ON-AIR: C.A.T.S. one year later, are we safer?

By Tim McCarthy

Today marks the one-year anniversary of the death of University freshman Sarah Channick, who was struck and killed by an MTD bus. Immediately following this accident the Campus Area Transportation Study, also known as CATS, released a number of goals aimed at making campus safer. Nina Gazanfari, who was a friend of Channick’s, was made an advisory member of CATS. She says education and awareness are the best tools to reduce the amount of accidents on campus.

“I think everyone just needs to watch out for each other. Like I see a lot of kids pulling at each others sleeves and just look out for like even crossing the bike paths and stuff.”

CATS is comprised of many different local departments, including the MTD, Champaign and Urbana city councils, police, and university students. It was created after doctoral student Carolyn Jeffers was also killed by an MTD bus on October 27th of 2004.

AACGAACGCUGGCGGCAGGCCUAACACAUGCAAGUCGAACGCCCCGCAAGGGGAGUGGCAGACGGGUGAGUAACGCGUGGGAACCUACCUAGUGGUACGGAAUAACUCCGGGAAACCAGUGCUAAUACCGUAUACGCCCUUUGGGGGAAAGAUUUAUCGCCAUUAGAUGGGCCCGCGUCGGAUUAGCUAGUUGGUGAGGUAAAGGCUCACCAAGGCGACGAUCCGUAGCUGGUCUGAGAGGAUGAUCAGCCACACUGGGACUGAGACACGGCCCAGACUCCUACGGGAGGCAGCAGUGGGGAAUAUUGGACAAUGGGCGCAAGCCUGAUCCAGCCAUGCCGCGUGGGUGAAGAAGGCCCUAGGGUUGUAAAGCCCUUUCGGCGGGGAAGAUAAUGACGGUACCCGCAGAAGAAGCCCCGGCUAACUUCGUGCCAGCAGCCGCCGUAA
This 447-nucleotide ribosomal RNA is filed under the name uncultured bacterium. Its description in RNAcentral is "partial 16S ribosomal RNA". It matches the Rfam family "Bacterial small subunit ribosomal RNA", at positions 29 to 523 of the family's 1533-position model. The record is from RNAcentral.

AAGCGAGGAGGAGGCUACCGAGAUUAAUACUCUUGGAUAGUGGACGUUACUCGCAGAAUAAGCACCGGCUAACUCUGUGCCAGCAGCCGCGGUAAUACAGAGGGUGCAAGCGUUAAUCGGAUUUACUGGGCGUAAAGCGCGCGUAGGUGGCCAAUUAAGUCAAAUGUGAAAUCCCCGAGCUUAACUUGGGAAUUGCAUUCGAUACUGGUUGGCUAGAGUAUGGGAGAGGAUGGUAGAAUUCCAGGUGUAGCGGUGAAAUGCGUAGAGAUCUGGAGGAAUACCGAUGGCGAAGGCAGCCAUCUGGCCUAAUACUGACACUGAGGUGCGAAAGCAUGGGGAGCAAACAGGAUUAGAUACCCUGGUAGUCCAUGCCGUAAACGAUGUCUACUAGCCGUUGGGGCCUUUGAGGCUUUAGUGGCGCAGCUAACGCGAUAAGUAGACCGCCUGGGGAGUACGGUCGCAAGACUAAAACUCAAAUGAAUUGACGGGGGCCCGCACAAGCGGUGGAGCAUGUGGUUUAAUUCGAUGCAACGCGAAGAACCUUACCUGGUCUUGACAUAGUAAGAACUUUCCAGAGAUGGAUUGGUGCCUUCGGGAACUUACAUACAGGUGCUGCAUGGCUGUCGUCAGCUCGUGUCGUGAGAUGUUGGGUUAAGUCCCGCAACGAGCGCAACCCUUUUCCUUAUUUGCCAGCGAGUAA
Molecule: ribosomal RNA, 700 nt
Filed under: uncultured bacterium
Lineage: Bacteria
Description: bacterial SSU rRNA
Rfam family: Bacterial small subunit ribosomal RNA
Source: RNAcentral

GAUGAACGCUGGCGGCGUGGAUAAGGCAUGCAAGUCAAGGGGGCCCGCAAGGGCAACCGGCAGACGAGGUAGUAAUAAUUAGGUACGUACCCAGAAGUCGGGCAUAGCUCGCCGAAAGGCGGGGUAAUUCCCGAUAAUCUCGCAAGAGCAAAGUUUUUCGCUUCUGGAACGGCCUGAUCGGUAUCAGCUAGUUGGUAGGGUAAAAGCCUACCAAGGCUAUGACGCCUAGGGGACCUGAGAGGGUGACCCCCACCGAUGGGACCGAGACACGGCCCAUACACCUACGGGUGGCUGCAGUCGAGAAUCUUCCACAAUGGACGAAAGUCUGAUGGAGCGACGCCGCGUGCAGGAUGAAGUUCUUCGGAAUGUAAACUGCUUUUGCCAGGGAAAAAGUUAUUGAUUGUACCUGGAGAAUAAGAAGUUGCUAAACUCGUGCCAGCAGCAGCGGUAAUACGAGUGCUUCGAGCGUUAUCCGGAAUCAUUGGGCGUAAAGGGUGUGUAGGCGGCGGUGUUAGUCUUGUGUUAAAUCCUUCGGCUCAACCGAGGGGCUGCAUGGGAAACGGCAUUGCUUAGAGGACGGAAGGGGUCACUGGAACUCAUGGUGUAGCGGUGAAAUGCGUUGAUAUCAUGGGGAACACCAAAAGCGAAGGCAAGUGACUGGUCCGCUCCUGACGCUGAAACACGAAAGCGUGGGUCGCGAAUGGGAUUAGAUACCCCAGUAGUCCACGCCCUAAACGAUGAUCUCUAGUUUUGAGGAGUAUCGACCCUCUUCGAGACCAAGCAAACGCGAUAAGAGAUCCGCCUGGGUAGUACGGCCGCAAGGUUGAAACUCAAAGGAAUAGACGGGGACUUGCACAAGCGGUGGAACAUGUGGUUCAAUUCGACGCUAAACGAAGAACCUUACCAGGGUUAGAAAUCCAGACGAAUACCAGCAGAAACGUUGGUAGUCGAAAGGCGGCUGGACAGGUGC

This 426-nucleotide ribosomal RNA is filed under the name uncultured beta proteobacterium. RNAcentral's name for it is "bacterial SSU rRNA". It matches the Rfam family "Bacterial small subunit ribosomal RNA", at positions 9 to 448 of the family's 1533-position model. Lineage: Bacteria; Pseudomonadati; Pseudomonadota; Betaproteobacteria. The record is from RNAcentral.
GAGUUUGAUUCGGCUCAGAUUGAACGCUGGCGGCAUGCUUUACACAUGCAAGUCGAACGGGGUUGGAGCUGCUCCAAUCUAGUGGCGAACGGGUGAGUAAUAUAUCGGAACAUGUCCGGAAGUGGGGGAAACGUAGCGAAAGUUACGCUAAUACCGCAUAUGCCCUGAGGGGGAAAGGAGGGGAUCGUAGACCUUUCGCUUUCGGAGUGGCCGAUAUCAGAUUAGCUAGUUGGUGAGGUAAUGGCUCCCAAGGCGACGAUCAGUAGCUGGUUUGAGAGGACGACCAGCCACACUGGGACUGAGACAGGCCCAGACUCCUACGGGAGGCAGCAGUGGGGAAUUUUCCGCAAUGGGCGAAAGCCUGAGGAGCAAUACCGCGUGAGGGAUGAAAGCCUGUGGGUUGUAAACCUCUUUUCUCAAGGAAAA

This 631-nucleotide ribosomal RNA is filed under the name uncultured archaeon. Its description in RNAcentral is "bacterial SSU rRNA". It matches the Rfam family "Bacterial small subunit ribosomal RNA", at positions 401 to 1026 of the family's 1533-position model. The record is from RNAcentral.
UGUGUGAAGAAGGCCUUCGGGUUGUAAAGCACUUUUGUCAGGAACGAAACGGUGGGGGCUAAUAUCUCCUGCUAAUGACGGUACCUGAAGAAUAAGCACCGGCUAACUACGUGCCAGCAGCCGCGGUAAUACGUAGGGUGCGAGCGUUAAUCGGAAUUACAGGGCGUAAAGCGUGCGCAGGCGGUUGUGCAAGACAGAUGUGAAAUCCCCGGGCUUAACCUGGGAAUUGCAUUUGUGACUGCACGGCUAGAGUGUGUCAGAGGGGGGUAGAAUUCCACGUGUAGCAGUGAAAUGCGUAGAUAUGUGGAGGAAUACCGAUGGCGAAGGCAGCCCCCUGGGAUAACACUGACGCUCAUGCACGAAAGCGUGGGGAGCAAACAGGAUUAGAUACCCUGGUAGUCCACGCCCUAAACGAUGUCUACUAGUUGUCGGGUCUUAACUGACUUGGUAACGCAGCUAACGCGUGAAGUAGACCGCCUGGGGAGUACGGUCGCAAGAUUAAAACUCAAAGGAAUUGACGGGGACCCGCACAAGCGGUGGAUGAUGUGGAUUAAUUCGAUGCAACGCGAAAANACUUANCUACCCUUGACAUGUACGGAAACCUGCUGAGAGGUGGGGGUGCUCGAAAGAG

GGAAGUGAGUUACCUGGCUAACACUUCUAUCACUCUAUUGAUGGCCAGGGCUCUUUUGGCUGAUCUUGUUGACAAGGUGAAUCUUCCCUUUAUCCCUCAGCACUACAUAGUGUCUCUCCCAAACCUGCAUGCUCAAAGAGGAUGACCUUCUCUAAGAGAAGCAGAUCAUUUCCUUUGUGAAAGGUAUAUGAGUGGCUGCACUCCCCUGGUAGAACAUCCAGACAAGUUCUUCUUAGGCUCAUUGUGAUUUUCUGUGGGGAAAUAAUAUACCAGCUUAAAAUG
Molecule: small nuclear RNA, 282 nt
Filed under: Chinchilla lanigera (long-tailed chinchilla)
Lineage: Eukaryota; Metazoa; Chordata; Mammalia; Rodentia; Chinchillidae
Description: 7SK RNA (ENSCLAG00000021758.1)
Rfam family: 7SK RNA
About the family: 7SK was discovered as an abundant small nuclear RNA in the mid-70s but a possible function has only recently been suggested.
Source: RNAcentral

In the past year, CATS has put many changes into effect, including improved crosswalk paintings, rerouting of bus routes, lowering speed limits around campus, adding an audible beeping sound when buses turn, and placing stop signs at intersections students deemed dangerous – such as the corner of 6th and Chalmers where Channick was killed. University of Illinois Assistant Chief of Police Jeff Christensen says the campus has seen a visible reduction in accidents over the last year. He says campus police have stepped up education efforts to improve driver and pedestrian awareness.

“Our goal is to change the behavior so people walk and ride and drive in a safe manner. And if we can do that with a warning ticket, that’s fantastic.”

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Christensen says all students are encouraged to drive, bike, and walk defensively while traveling through campus, and to be careful of letting devices such as iPods and cell phones distract them.